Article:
The knowledge of this practice has been gradually expanding in the western world. Nowadays is common to find offers of kambô application in plant medicine retreats and find practitioners or even the substance itself advertised online.

    Chemical composition and dosage

    The Phyllomedusa bicolor skin secretion contains a very high number of bioactive peptides (short chains of aminoacids that can bind to cell receptors in human cells and trigger a reaction in the body) responsible for the physiological effects. Some studies have undertaken several methods of extraction to determine the chemical makeup of kambô and to test the effects of each peptide that is present in large amounts.1

    Phyllocaerulein is present in the highest concentration and seems to be responsible for kambô’s principal effects. It has a strong effect on the gastrointestinal smooth muscle, stimulating its motility, bile flow, pancreatic and gastric secretions, and mediates analgesic effects in the central nervous system.

    Phillokinin has hypotensive effects on the cardiovascular system.

    Phyllomedusin has also strong hypotensive effects, stimulates gut motility (contributing to purging), lacrimal, and salivary secretions.

    Sauvagine causes a fall in blood pressure due to a vasodilatation of mesenteric vascular area and provokes intense tachycardia. In the central nervous system, it seems to activate the pituitary-adrenal axis, increasing levels of corticosterone, catecholamines (such as adrenaline) and glucose in plasma.

    Opioid peptides. Ala-deltorphin and lys7-dermorphin have strong affinity for opioid receptors, surpassing that of morphine. This is one of the reasons the effect of the venom has been generally attributed to these substances. However, the amounts present in kambô are so limited that they seem to have no significant biological activity in humans.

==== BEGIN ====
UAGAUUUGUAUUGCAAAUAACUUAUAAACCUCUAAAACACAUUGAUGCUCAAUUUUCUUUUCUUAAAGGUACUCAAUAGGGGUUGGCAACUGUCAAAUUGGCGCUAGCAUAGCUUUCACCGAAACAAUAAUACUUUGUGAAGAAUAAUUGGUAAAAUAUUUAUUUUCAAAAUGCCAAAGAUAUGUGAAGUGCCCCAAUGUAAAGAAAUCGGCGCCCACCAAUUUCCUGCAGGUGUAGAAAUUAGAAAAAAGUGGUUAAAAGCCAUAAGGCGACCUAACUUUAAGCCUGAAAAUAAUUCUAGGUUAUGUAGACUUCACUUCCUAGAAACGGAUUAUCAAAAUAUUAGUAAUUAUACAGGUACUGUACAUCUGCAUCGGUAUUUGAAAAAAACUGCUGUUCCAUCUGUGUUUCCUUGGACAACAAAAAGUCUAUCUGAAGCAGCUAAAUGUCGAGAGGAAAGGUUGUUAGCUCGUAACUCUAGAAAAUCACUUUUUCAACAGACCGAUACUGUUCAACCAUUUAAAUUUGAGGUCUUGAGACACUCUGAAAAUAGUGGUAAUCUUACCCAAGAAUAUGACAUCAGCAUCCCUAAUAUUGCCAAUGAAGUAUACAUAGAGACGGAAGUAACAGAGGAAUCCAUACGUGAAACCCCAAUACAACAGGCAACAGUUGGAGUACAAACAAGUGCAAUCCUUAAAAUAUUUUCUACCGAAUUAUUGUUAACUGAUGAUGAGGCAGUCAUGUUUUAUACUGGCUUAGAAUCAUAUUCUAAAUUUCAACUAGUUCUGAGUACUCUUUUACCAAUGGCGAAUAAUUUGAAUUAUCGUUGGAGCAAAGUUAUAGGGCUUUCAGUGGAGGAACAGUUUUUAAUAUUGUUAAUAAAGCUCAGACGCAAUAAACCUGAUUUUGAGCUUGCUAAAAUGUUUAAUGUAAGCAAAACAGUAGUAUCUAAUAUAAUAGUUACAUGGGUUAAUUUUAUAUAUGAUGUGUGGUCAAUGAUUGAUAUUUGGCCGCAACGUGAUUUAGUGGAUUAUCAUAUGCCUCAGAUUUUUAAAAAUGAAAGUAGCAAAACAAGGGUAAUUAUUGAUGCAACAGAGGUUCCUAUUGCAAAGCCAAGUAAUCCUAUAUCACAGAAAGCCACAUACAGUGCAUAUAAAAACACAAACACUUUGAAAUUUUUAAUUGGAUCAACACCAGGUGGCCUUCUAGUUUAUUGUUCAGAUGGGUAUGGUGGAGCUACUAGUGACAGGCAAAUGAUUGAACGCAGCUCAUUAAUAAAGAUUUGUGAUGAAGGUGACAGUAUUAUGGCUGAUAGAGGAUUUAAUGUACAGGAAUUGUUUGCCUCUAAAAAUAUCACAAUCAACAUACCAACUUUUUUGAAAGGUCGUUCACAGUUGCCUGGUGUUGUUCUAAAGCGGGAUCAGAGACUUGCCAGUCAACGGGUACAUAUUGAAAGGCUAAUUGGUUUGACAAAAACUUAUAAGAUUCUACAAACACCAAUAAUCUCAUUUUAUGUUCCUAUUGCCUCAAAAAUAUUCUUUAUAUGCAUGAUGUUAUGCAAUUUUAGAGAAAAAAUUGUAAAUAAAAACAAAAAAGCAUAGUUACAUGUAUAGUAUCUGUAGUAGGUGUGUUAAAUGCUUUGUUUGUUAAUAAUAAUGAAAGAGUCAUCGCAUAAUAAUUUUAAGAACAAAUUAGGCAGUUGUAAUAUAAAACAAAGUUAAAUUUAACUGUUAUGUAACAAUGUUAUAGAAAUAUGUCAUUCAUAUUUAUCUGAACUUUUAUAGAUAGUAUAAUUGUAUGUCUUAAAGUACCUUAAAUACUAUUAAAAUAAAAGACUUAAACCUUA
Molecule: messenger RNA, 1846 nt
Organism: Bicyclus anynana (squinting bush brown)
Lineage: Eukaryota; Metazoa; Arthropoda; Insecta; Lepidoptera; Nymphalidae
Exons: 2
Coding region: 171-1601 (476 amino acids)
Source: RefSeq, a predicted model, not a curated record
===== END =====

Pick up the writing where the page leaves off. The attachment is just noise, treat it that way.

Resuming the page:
Peptides from the dermaseptin family have been detected in reduced amounts. These are described to inhibit the growth of a broad spectrum of microorganisms (protozoa, fungi, bacteria and viruses) without harming differentiated mammalian cells, thus being responsible for a potential antibiotic activity.2

    As previously mentioned, dosage is measured by the number of dots applied, each dot contains approximately 10 mg of skin secretion with a rough measure of 5 mm in diameter (size of a green pea). Dose of choice will depend on body size, experience, and reasons for application, or on the practitioner’s tradition.

    • Low dose: 1 to 3 dots
    • Average dose: 3 to 10 dots
    • High dose: More than 10 dots

    Matses indigenous people from southwestern Amazon have traditionally used kambô application as additional support for hunting practices. They self-apply up to 20 to 30 mg of kambô twice daily.

    Some traditional practitioners may reach 100 dots in a single application, yet this dose is limited to cultural rituals and experienced users. It would be dangerous for an unexperienced user to apply a very high dose.